1. ## float13

i just started using floats. Why does this:

Code:
```#include <stdio.h>

int main () {
int X=1,i;
float x;
for (i=0;i<20;i++) {
x=(float)X/10;
printf("%d %f %d\t",X,x,i);
x+=0.1f;
X=x*10;
printf("%d %f \n",X,x);
}
return 0;
}```
do this???:
Code:
```1 0.100000 0    2 0.200000
2 0.200000 1    3 0.300000
3 0.300000 2    4 0.400000
4 0.400000 3    5 0.500000
5 0.500000 4    6 0.600000
6 0.600000 5    7 0.700000
7 0.700000 6    8 0.800000
8 0.800000 7    9 0.900000
9 0.900000 8    10 1.000000
10 1.000000 9   11 1.100000
11 1.100000 10  12 1.200000
12 1.200000 11  13 1.300000
13 1.300000 12  13 1.400000
13 1.300000 13  13 1.400000
13 1.300000 14  13 1.400000
13 1.300000 15  13 1.400000
13 1.300000 16  13 1.400000
13 1.300000 17  13 1.400000
13 1.300000 18  13 1.400000
13 1.300000 19  13 1.400000 ```

2. Try this and expect enlightenment:
Code:
```#include <stdio.h>

int main () {
int X=1,i;
float x;
for (i=0;i<20;i++) {
x=(float)X/10;
printf("%d %.10f %d\t",X,x,i);
x+=0.1f;
X=x*10;
printf("%d %.10f \n",X,x);
}
return 0;
}```

3. Float representation in a computer is very approximate. When you times 1.400000 by 10 it gets some number which is very close to 14 but is not exactly 14. When you then cast that into an int (which just cuts off everything after the decimal place) it becomes 13 because it is likely something like 13.9977291 or something. Casting from float to int is a tricky one and best avoided unless you know the outcome. Instead just add 1 to X each iteration of the loop.
Code:
```int main () {
int X=1,i;
float x;
for (i=0;i<20;++i) {
x=(float)X/10;
printf("&#37;d %f %d\t",X,x,i);
x+=0.1f;
++X;
printf("%d %f \n",X,x);
}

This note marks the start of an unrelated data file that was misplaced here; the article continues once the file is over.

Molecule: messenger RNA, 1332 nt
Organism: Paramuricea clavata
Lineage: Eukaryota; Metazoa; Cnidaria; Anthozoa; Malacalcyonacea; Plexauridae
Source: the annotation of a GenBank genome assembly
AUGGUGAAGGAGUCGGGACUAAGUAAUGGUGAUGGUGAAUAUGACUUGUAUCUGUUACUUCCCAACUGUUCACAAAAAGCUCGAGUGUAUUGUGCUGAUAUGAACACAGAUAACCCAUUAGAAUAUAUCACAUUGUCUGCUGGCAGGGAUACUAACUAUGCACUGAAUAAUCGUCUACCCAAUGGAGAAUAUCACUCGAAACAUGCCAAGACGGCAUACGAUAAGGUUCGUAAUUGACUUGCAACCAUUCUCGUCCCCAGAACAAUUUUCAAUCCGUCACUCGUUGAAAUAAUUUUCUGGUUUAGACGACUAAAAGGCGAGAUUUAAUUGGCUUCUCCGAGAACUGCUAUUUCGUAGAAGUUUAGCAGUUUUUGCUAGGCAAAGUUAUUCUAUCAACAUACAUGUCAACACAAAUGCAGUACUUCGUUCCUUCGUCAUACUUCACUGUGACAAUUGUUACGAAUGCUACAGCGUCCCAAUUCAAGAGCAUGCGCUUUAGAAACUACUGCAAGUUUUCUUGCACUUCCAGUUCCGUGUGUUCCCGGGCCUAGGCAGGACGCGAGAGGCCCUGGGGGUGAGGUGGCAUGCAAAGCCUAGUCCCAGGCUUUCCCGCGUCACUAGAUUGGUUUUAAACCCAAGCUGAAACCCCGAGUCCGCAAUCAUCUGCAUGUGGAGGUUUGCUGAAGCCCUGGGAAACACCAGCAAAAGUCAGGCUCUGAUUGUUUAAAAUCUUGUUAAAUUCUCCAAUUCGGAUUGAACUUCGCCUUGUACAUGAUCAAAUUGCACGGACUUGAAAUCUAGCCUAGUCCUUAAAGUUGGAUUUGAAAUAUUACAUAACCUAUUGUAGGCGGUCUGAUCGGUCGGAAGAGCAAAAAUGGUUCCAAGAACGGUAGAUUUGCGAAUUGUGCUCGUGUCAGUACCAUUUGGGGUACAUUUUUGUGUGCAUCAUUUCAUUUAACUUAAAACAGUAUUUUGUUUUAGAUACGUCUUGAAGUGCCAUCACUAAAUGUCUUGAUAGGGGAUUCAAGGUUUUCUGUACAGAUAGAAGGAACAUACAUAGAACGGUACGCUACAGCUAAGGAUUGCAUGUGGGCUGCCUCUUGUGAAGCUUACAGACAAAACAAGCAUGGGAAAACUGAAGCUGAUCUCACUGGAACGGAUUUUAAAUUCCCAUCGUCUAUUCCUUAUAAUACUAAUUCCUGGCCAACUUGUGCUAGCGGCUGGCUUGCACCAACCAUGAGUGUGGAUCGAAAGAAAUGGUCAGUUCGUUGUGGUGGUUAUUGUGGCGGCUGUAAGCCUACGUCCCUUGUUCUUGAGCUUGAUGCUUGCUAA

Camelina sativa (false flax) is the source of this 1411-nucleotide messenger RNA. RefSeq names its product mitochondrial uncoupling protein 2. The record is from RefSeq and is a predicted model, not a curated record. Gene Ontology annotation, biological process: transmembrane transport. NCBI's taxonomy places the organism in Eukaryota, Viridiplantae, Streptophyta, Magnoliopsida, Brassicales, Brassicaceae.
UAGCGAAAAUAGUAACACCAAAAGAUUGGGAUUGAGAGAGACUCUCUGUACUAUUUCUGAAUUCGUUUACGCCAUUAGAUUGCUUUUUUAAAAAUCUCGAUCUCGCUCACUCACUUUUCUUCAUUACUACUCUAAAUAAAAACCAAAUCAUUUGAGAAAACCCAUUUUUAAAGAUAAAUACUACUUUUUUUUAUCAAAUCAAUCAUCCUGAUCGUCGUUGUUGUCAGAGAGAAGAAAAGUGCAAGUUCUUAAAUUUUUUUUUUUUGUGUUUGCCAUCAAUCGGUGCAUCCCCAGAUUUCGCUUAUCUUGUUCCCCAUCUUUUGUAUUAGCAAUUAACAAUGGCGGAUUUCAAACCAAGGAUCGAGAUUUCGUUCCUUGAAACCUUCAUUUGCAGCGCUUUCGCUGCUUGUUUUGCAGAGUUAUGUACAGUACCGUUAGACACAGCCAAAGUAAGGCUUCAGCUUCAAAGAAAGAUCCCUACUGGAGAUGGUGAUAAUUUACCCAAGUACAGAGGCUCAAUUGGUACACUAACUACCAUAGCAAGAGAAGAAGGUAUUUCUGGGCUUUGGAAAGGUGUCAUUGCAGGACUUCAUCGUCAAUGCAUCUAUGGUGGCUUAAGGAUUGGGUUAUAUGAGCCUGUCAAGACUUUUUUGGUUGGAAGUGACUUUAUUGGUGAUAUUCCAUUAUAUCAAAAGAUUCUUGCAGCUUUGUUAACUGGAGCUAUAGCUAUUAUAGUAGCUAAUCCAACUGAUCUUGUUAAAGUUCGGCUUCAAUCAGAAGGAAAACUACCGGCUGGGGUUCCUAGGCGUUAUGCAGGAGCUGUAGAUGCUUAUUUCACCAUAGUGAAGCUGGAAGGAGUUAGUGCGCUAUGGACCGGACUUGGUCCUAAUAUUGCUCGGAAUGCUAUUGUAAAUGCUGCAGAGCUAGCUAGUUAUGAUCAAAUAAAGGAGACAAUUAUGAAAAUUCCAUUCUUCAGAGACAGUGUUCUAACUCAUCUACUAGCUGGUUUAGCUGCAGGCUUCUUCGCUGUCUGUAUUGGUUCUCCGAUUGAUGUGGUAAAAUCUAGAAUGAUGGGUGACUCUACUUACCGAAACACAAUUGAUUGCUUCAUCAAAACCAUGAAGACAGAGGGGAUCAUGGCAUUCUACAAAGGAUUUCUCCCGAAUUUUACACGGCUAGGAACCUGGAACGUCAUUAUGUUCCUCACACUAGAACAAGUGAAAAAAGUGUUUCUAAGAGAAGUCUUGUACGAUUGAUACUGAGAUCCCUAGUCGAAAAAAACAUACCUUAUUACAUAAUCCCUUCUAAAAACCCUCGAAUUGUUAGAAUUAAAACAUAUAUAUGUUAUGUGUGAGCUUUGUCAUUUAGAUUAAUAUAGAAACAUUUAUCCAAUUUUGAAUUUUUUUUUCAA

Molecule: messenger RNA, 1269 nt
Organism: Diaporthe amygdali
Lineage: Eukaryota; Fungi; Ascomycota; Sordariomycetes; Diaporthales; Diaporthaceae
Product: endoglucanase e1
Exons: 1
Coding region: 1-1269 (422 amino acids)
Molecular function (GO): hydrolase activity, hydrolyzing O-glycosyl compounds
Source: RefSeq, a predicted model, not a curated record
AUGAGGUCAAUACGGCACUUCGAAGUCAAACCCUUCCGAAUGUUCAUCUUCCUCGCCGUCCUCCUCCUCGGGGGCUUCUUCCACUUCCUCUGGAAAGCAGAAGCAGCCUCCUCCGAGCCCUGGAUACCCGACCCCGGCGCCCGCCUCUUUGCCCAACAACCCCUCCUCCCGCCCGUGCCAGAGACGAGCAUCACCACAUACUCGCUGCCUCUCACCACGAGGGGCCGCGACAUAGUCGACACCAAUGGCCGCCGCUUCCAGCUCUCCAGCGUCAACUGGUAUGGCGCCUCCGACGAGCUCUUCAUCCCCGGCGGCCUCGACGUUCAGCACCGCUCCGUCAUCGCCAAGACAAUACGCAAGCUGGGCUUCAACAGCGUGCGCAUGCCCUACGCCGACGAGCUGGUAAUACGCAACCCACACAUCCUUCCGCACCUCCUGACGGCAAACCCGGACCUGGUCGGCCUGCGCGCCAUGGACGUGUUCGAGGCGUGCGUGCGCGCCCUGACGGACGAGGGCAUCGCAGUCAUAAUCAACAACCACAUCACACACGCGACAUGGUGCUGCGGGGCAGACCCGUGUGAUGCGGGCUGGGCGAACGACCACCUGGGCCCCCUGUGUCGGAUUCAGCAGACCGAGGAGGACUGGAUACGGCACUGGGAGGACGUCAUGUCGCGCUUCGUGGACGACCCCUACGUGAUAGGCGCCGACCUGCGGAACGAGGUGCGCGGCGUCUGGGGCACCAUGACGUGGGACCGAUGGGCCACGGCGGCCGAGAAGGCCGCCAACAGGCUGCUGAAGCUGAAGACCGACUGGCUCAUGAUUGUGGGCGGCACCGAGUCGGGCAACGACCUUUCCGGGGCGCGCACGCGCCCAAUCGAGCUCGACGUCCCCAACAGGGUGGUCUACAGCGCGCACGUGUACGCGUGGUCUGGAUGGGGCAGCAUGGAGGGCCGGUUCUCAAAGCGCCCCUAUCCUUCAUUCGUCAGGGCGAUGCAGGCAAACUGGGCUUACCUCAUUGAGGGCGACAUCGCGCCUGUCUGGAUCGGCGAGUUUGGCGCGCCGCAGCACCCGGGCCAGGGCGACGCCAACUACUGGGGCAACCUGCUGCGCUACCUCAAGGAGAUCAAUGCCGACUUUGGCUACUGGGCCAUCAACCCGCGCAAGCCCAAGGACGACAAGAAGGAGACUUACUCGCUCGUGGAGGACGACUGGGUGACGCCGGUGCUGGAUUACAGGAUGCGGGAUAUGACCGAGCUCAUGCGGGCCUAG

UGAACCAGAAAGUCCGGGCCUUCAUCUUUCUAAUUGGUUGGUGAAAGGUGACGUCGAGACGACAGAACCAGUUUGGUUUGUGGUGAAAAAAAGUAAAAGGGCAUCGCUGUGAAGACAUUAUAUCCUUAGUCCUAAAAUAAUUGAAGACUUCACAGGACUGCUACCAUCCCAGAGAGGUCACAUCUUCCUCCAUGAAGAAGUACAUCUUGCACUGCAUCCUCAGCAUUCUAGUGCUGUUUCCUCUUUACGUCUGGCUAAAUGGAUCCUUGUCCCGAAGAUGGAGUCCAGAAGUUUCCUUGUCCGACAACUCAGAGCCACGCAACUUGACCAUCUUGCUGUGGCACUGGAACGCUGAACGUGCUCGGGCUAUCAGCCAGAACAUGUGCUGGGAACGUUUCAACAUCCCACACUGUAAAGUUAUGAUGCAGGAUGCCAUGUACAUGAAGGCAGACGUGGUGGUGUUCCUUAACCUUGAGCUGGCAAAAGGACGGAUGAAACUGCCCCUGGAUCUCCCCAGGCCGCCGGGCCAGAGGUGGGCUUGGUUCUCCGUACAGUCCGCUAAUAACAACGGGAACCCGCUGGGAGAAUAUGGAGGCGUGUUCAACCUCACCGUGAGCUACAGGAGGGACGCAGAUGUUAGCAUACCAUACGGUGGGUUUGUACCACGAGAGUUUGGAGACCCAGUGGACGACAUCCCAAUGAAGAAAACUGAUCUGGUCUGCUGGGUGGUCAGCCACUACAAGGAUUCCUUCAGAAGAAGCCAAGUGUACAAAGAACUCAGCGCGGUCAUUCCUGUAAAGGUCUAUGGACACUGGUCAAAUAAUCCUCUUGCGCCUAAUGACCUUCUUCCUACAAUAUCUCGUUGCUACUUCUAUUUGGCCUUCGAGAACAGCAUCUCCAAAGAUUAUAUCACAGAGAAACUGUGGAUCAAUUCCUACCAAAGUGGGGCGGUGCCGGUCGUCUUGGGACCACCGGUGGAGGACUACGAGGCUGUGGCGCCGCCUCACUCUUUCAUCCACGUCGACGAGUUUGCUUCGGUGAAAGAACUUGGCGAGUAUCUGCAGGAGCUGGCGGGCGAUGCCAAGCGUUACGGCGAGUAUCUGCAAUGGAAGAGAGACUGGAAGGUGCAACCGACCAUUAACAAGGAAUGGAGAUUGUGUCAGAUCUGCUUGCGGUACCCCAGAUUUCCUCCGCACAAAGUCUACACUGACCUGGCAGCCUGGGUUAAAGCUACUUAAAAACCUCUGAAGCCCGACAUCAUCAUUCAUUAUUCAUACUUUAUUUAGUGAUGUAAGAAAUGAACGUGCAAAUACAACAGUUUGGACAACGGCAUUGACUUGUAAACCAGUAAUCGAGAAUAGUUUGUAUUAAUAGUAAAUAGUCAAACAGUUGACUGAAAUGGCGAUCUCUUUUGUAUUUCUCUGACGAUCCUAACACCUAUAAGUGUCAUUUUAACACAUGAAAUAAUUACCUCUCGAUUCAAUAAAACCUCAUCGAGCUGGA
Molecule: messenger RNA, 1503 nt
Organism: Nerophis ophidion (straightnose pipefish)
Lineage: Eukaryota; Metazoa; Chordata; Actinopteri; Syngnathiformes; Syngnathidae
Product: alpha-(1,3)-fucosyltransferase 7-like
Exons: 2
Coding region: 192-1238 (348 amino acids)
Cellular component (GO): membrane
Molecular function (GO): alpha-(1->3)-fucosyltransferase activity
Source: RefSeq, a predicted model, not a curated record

return 0;
}```

4. What compiler are you using? Works for me.
Code:
```[Session started at 2008-12-16 21:19:49 -0600.]
1 0.100000 0	2 0.200000
2 0.200000 1	3 0.300000
3 0.300000 2	4 0.400000
4 0.400000 3	5 0.500000
5 0.500000 4	6 0.600000
6 0.600000 5	7 0.700000
7 0.700000 6	8 0.800000
8 0.800000 7	9 0.900000
9 0.900000 8	10 1.000000
10 1.000000 9	11 1.100000
11 1.100000 10	12 1.200000
12 1.200000 11	13 1.300000
13 1.300000 12	14 1.400000
14 1.400000 13	15 1.500000
15 1.500000 14	16 1.600000
16 1.600000 15	17 1.700000
17 1.700000 16	18 1.800000
18 1.800000 17	19 1.900000
19 1.900000 18	20 2.000000
20 2.000000 19	21 2.100000

The Debugger has exited with status 0.```

5. Originally Posted by Dino
What compiler are you using?
gcc 4.1.2

I think Noise explained tabstop.

6. I'm running i686-apple-darwin9-gcc-4.0.1.

7. Code:
`X=x*10;`
I don't like the look of that X is an integer and you are assigning it to a float times 10 (I think).

I also don't like you using X and x, looks confusing.
I think maybe a float is beinig squashed into the int???
Dunno I have gcc, maybeI will give it a try!!

Tried it does same for me!!

8. Dunno if this is relevant, but maybe it is due to some sort of machine representation
of numbers. I was curious why the the change/error took place at 13-14.
Looks like maybe some problem going from base 10 to base 16 if you see what I mean.
I think if you combine that with say 14 being 13.999 and the fact that you start from zero
the the change takes place at 16? which is were 0F (hex) changes to 10 (hex).